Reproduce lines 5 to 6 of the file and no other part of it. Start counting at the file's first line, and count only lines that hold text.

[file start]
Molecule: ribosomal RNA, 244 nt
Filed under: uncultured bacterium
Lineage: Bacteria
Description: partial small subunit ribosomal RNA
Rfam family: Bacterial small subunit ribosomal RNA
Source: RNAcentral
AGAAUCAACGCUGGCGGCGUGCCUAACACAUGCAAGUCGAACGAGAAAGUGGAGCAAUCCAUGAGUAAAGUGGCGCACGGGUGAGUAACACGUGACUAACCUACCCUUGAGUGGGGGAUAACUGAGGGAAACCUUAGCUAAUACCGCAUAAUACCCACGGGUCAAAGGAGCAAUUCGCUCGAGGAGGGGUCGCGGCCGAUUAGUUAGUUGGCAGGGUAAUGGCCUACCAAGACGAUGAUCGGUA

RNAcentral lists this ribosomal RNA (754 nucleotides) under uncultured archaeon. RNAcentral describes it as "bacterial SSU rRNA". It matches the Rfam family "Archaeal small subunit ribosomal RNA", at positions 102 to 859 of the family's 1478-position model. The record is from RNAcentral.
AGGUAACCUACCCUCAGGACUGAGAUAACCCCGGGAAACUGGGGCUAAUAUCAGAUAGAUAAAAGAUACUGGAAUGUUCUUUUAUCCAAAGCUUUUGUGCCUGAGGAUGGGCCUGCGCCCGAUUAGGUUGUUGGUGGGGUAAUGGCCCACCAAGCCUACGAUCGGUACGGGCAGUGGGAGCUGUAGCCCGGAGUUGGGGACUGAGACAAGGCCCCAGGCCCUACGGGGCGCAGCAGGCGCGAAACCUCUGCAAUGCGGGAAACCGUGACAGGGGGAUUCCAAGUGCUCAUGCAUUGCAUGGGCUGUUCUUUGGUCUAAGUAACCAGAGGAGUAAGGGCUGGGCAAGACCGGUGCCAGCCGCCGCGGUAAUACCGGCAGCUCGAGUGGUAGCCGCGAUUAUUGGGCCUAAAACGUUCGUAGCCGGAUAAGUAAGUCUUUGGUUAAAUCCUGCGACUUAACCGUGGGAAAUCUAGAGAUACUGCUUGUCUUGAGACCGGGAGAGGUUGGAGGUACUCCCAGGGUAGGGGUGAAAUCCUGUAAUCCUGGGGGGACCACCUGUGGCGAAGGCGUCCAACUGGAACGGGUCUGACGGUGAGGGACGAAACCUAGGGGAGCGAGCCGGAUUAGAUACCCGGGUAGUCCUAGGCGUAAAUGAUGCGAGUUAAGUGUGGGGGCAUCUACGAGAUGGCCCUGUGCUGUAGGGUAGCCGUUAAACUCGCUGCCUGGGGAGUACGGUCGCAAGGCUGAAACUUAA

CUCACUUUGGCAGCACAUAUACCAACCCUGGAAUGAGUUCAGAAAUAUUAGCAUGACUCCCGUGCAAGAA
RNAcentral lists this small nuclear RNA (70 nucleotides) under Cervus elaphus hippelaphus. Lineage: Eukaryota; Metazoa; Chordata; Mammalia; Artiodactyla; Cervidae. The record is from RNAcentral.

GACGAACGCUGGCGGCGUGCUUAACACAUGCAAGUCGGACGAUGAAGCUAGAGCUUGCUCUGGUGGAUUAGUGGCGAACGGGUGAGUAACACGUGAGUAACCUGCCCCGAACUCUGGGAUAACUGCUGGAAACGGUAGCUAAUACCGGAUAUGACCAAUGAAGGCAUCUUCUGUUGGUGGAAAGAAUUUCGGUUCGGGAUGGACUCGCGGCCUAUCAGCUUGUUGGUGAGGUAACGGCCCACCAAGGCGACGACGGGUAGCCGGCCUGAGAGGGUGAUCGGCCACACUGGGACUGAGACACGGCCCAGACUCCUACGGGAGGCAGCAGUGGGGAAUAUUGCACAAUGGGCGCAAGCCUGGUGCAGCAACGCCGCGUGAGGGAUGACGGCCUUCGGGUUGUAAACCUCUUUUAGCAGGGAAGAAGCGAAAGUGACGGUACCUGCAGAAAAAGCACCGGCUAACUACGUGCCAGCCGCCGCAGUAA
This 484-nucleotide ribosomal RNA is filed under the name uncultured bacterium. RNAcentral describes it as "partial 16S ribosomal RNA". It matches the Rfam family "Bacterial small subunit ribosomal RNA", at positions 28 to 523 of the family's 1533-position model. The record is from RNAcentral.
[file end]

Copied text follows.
Rfam family: Bacterial small subunit ribosomal RNA
Source: RNAcentral